Deuteronomy - Suggestions of the Upper Room (Part 3)

Joel Portman

Deuteronomy is usually considered with the previous books of Moses as the Pentateuch, and we properly do so. However, if we separate it from the four, since it is of a different character than they are, and link it with the books that follow, we get a perspective that suggests dispensational truth that specifically applies to us.

This book gives us the last recorded words of a man who is shortly going to die. Moses spoke these words so that the people might be preserved, blessed, and encouraged to go on without him. It is truth that would enable them to possess and inherit the land (4:1). He gives teaching that directly links their love for God and keeping His commandments. Moses in this book is the Mediator and Deliverer linked with his people, but he must die before they can enter the land and possess it (3:23-29). Joshua replaces him to lead them in and divide the inheritance for their enjoyment.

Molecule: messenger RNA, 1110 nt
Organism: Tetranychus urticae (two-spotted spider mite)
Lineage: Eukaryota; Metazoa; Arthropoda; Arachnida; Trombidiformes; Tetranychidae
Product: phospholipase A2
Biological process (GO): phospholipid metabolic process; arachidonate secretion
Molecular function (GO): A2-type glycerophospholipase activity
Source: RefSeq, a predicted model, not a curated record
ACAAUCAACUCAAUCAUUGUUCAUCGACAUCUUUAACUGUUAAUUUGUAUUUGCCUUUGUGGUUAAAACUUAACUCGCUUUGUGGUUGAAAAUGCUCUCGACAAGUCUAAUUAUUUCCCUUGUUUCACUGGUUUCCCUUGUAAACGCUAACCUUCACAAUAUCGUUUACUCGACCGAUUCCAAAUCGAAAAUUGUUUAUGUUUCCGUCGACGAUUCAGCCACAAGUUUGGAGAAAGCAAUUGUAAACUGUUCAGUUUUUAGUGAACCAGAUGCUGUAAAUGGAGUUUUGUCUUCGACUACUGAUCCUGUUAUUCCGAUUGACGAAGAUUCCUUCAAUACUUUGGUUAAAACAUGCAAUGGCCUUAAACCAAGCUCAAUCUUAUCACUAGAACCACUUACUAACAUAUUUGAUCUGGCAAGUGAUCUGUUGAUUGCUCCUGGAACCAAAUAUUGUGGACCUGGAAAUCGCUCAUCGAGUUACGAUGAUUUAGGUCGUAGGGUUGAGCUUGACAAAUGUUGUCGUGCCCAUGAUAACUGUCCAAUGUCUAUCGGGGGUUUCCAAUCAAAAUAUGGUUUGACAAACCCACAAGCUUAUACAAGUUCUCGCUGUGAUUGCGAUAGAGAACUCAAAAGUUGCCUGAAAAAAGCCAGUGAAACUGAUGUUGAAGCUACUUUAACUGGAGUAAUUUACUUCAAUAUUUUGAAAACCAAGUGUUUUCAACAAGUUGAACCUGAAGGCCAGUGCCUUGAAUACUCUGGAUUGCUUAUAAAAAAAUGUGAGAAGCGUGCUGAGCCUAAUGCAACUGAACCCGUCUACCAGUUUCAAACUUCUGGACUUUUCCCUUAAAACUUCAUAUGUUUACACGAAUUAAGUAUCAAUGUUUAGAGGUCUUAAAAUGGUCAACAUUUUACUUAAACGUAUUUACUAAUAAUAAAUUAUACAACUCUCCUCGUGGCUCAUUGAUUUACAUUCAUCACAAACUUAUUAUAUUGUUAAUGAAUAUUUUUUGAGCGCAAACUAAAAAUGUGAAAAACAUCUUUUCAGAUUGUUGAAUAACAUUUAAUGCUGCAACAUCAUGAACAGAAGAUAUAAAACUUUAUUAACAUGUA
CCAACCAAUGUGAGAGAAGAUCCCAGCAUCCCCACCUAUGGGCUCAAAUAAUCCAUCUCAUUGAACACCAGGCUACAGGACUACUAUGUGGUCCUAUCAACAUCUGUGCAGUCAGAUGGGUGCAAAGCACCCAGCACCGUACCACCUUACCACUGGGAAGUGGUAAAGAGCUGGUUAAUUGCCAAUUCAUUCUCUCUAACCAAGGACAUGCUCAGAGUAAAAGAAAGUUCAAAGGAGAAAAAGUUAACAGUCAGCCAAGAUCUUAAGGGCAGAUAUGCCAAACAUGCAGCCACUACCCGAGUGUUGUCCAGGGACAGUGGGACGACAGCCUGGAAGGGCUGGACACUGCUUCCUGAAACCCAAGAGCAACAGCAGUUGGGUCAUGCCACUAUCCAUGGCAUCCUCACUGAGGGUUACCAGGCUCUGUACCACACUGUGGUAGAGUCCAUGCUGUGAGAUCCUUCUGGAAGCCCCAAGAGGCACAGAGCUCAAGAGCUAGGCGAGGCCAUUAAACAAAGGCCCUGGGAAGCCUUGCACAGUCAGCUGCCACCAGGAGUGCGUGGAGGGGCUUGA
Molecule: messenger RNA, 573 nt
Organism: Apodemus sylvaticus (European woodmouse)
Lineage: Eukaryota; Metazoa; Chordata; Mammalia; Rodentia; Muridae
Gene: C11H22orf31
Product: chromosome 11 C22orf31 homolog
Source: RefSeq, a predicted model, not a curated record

In this way, Deuteronomy suggests the precious truths we enjoy in John 13-17. We have the last words of our Lord to His own, ere He would lay down His life for His sheep and accomplish that death that was ever before Him. Those words were given for their preservation during the coming days of His absence, intended to encourage and minister blessing to them, to stabilize them in their life and exercise for Him, and to prepare them for the possession of spiritual blessings to come. Those blessings would result from His death and ascension to God’s right hand, and they would come through the ministration of the Holy Spirit sent down from above. Again, the Lord’s teaching repeatedly links their love for Him with their obedience to His blessed commands (John 13:34-35; 14:15, 21, 23-24; 15:9-10). That love would be demonstrated practically by their obedience, but also by their genuine love one for another (15:17). One may see many other correlations by studying these passages together.